There's a new wave of aerial photographers thanks to the technological advancements of drones. Drones can go where small planes or helicopters cannot and take decent quality pictures, depending on how much money you want to spend. Although they are quite accessible and convenient, there is nothing like soaring through the clouds yourself, rather than looking on your iPhone screen. These thoughts led me on my first aerial photography mission this summer in Iceland. I chose Iceland due to the fact that it has the most extreme and diverse landscape imaginable. It truly feels like you’re on another planet. Its river systems in particular interested me the most. I became fascinated to the point of obsession. I did plenty of research before my flight; however, experiencing aerial photography firsthand has given me better insight to its demands. I’d like to share some quick tips with you.
1. Time of Day
Just like landscape photography at ground level, lighting will be much softer at the beginning and end of the day, providing better contrast for your photos. Who doesn’t love a good golden hour? in order to schedule the best time of day, I would contact the company or pilot that you are going through and plan accordingly. You should also think about the direction of the sun so you can avoid shooting directly into it. The Photopills app is a great resource by showing the location of the sun at a certain time of day. In my case, summertime in Iceland provided 24 hours of sunlight, which truly warped my perception of time.
As far as weather is concerned, do not fly on a bluebird day! Clouds add great contrast and can create dramatic photographs. The weather in Iceland is incredibly unpredictable. If there is an opening in the weather, you take it! Our pilot was sensational at weaving in between rain showers to get to where we wanted to go. We even had to land for a bit until the weather cleared. “If you don’t like the weather in Iceland, just wait 5 minutes.”
2. Choosing the Right Gear
Every photographer knows that “the best camera is the one you have with you.” However, having the right gear for aerial photography can make or break your image. Renting a plane is not cheap. If you are spending that much money for photography purposes, please do not just bring a point-and-shoot camera. There are two aspects to consider when choosing a camera: Low light ISO performance and resolution. When flying either in the morning or evening, you will be shooting in fairly low light. You do NOT want to decrease your shutter speed to let more light in. This will create blurry, useless images. Increasing your ISO is the recommended option to keep your photos sharp. Just be wary of the fact that you are increasing the “noise” of your image when increasing your ISO, so don’t overcook it. Full frame cameras are the best option for ISO performance and resolution. The more megapixels the better. This way you can crop your photos and create the composition you desire without losing too much detail. I used a crop sensor APC-S, which I would consider to be the bare minimum camera choice for aerial photography.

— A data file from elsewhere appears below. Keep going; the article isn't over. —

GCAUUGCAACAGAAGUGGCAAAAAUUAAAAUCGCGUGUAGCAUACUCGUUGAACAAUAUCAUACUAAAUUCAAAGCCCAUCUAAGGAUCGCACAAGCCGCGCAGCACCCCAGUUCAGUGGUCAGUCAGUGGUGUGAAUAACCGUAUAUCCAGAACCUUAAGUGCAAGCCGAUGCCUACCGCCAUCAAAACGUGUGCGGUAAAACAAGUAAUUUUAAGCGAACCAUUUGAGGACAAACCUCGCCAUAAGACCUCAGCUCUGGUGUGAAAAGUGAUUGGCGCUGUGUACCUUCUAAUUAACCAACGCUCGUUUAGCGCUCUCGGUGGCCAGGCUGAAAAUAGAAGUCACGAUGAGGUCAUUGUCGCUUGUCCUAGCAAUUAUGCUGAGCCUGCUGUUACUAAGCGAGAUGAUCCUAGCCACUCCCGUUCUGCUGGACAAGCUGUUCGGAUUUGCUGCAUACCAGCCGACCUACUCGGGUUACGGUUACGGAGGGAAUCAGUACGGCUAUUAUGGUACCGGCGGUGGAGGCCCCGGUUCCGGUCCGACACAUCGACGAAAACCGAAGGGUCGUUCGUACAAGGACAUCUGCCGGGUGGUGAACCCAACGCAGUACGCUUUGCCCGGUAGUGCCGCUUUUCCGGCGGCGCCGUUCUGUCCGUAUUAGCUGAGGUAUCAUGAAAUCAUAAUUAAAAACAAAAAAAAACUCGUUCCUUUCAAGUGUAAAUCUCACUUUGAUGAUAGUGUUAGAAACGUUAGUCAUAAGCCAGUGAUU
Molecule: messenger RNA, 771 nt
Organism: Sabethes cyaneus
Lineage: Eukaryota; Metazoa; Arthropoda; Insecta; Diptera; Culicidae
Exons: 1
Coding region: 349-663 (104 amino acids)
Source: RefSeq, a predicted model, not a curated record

As far as lenses go, I would recommend a good 24-70mm f/2.8 zoom lens (16-50mm crop sensor equivalent). This will give you the most versatility for compensating for light and framing your images. I’ve heard the case for prime lenses. They may be sharper; however, changing lenses is such a hassle in close quarters and no one wants to miss the shot and tell the pilot to circle back around. Also, f/2.8 will help you immensely in low light situations. I would also recommend using a wide-angled lens (16-35mm minimum) to get interior shots of the plane and passengers. Multiple camera bodies with these lenses attached would be ideal.
I also used a circular polarizer and ditched the lens hood. There was significant reflection from the sunlight hitting the rivers. I was able to manage the glare with a circular polarizer. Keep in mind you will be losing 1 to 2 stops of light depending on the polarizer you purchase. Unfortunately, the good ones are not cheap, but it saved a lot of my images.
3. Choosing the Right Settings.
There are 3 settings to consider when shooting in manual mode: aperture, ISO, and shutter speed. Shutter speed being the MOST IMPORTANT! No one likes a blurry photo. I kept my shutter speed around 1/1000 second or faster to keep my image as sharp as possible. There is going to be quite a bit of vibration in any aircraft. I’d recommend turning on your Image Stabilization on your lens if available. You can decrease your shutter speed with a wider angle lens; however, you must increase it if you choose to use a telephoto lens. With aerial photography, I’d like to set my aperture around f/5 to f/11. If you do not have a subject in the foreground (such as a straight down shot) you can decrease it to f/2.8 if you’d like. If you reach 1/1000 shutter speed, and f/2.8, when shooting straight out, it may be time to bump up the ISO. Additionally, I always shoot in RAW as it gives me more versatility in post production.
Hope you enjoyed these quick tips! If you have any questions or would like to add anything, please do so in the comments below.